Bitcoin ETFs: Unconventional assets carry unusual risks
The Winklevoss twins are perhaps best known for their feud with Facebook (NASDAQ:FB) , which they claim was an idea stolen from them by Mark Zuckerberg. In addition to claiming to be co-founders of the world’s leading social media website, the twins have been pursuing various investment opportunities. One of those opportunities is bitcoin, a crypto-currency that enables creation and exchange on the basis of open source protocol independent of any central authority. The twins have poured millions of dollars into bitcoin (dollars they earned by suing Facebook), which they are now ready to convert into an exchange-traded fund (ETF).
How serious are the twins about the Bitcoin ETF? For starters, they just filed the paperwork for a public listing with the SEC with a proposed valuation of $20 million. Although this may seem like a joke to most investors, it’s quintessential of all that is lousy about ETFs. Unlike gold ETFs, which are rooted in tangible assets that can function as currency to some degree, the Winklevoss Bitcoin Trust (WBT) doesn’t contain the same reliability. Unconventional assets carry unusual risks, and investors should be weary of the pitfalls before experimenting.
For one, the WBT is rooted in new and rapidly evolving areas at the intersection of virtual currency, advanced software and security protocols—hardly something investors can feel safe about. The Winklevoss prospectus says as much:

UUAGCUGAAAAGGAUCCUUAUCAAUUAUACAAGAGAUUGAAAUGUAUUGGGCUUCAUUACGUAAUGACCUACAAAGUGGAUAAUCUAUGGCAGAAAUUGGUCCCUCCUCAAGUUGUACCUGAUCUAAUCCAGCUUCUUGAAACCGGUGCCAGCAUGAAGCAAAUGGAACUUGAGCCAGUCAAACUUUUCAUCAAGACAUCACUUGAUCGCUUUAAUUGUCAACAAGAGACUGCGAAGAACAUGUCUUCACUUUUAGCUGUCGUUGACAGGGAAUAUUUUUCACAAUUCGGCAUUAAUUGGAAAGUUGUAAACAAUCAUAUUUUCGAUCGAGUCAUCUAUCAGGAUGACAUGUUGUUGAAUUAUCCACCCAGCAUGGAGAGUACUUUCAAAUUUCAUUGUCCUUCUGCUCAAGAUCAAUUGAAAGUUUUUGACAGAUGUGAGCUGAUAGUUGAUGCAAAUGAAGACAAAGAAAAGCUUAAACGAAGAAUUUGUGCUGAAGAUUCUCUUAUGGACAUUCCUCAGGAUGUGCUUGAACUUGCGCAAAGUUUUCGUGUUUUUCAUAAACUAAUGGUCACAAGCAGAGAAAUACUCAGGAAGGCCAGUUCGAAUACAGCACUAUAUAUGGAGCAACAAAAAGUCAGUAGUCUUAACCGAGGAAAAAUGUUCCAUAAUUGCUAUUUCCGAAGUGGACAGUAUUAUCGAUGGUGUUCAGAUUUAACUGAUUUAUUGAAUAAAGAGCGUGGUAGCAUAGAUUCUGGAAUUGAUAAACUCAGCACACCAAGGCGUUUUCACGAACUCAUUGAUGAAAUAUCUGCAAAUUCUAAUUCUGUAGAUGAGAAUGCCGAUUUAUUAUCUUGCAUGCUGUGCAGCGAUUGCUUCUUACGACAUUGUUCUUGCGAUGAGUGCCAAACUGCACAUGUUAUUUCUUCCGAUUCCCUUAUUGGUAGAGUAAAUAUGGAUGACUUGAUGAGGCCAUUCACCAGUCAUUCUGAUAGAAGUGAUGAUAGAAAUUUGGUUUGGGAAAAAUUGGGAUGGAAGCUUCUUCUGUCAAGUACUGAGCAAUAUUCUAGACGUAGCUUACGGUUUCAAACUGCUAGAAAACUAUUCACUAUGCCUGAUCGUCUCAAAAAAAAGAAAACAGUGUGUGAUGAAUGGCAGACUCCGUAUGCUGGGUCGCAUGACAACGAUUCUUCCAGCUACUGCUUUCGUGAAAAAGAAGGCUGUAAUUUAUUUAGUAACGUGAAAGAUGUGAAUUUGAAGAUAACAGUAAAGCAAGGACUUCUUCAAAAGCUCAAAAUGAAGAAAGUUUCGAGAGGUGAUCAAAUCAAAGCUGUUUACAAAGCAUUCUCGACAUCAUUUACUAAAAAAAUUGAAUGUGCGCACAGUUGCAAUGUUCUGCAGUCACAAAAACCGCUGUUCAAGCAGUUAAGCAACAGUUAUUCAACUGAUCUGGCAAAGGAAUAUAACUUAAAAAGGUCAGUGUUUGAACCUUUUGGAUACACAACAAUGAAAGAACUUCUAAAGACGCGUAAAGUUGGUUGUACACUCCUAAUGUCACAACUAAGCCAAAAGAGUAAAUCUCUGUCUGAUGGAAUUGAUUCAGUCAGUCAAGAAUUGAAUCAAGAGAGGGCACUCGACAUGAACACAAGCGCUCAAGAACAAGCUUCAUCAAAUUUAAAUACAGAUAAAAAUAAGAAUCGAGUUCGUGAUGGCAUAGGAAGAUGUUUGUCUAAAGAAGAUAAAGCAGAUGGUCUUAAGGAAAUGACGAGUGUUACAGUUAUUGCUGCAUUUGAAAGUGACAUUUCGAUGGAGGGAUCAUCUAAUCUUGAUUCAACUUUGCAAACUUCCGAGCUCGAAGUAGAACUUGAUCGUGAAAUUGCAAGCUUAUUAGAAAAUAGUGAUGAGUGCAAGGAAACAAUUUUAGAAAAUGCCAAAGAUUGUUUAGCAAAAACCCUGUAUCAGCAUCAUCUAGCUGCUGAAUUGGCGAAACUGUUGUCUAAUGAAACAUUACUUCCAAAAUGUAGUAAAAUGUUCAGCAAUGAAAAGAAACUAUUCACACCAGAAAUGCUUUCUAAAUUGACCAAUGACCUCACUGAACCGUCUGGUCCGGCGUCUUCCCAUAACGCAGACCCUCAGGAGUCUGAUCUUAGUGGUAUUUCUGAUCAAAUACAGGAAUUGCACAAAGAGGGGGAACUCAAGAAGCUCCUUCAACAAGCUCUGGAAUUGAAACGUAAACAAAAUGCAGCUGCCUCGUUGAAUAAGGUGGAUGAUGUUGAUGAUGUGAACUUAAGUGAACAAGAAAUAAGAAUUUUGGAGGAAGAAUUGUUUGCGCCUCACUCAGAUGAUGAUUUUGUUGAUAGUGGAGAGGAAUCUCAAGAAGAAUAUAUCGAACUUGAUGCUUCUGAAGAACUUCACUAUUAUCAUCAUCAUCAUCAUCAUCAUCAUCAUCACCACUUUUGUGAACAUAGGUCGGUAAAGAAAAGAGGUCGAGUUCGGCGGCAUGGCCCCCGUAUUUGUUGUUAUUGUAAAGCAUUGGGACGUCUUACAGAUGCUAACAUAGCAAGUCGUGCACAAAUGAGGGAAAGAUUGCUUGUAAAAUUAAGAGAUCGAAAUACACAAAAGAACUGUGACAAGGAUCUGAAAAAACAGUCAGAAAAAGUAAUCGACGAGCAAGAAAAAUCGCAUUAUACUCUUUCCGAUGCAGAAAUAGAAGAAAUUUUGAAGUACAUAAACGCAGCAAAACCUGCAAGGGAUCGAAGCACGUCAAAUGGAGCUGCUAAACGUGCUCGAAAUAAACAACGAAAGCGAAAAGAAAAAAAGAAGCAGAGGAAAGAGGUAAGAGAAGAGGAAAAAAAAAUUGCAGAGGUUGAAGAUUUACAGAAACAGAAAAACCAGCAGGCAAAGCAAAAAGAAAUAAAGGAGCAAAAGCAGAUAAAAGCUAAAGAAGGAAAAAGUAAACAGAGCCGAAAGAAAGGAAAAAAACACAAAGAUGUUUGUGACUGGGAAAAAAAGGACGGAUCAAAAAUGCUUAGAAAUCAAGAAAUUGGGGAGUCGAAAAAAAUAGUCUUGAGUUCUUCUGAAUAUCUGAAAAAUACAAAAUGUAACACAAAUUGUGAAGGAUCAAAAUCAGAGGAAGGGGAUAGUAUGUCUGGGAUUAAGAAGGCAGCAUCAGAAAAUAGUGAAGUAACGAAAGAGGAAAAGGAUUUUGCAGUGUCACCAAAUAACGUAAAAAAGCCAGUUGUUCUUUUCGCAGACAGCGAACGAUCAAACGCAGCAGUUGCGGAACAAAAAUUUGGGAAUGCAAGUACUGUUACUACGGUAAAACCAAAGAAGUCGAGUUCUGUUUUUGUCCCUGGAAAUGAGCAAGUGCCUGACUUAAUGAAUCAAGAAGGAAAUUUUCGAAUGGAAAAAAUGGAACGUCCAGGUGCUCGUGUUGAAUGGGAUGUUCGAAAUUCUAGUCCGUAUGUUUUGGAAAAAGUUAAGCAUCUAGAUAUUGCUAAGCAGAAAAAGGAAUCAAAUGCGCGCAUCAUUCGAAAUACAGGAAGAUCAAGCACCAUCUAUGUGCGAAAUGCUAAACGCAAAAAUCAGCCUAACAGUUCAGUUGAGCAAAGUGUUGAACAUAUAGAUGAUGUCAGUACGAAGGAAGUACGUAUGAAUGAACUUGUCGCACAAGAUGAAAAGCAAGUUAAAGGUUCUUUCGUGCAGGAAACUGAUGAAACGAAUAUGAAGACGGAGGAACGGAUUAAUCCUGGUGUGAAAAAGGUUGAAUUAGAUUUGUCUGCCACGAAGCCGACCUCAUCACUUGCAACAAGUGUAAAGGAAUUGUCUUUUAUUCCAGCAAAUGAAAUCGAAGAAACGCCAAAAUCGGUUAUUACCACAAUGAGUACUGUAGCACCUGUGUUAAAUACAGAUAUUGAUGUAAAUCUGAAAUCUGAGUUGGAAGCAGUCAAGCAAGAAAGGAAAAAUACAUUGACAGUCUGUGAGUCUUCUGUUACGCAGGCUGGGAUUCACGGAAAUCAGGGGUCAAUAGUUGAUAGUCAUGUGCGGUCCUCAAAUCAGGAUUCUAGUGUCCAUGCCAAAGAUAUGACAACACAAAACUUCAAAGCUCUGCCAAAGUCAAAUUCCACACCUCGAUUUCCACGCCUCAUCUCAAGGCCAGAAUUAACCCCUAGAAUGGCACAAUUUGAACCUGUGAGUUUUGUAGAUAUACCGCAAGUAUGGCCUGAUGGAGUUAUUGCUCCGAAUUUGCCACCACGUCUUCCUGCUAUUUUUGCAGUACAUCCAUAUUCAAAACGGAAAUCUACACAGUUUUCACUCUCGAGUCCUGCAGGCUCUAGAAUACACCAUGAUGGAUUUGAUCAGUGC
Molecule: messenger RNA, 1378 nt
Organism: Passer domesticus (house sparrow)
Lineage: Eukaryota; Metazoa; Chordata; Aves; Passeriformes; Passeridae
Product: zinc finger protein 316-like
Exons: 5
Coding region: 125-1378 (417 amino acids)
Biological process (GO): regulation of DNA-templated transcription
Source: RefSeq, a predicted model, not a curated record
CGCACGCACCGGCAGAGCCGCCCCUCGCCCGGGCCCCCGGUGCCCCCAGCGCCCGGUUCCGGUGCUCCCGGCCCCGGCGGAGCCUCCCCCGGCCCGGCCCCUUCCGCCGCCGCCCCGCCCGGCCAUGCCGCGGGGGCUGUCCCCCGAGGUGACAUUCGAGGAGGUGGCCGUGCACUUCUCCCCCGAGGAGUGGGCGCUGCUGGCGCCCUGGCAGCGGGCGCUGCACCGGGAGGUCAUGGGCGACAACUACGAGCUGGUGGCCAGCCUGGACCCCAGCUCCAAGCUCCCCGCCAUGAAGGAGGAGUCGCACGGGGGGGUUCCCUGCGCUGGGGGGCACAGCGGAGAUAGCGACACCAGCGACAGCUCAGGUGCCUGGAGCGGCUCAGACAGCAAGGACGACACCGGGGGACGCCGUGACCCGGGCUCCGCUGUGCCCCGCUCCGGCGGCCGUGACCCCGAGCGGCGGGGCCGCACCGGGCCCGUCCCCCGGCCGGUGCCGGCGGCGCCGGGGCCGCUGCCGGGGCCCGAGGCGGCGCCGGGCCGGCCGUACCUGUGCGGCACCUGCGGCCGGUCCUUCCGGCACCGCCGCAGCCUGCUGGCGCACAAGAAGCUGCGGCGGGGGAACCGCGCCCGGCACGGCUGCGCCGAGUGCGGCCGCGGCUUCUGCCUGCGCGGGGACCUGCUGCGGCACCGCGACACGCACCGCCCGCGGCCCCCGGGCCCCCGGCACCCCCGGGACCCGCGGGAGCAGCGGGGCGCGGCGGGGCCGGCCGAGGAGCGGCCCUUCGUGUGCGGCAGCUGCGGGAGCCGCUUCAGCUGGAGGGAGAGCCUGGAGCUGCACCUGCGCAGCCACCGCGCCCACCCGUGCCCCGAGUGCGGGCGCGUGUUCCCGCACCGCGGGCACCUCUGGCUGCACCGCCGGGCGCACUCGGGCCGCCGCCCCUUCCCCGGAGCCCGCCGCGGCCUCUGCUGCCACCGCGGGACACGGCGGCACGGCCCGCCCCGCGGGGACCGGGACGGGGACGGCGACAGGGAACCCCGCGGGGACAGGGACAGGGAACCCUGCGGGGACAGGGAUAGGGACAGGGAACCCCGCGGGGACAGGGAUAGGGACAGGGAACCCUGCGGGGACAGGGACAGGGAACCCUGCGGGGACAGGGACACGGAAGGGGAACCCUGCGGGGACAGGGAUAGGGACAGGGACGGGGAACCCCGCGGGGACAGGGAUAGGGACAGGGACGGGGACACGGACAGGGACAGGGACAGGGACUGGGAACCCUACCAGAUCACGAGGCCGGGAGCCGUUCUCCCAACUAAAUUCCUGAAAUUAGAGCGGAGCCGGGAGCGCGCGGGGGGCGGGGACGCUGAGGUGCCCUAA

The trust may not have adequate sources of recovery of its bitcoins are lost, stolen or destroyed.
… And one cannot help but notice the following:
The loss or destruction of a private key required to access a bitcoin may be irreversible… [which] could adversely affect an investment in the shares.
In the rapidly evolving digital age, bitcoins are certainly not a bad idea. They potentially represent the next wave of monetary exchange, at least conceptually. However the inherent security risks of the bitcoin exchange system leave much to be desired, not to mention the legal grey area surrounding its use. But there appears to be a growing market for bitcoins: Namely, those involved in illegal activities. US anti-laundering agencies have already thrown the book at bitcoin, something investors should consider carefully before investing in virtual currency ETFs.
We contend that the bitcoin system is not entirely a bad idea, but wrapping it up in an ETF is premature and carries with it more risk than harm. The Winklevoss twins are out to prove us wrong. Although the jury is still out, the twins may soon find themselves on the wrong side of a market known for its shady dealings.
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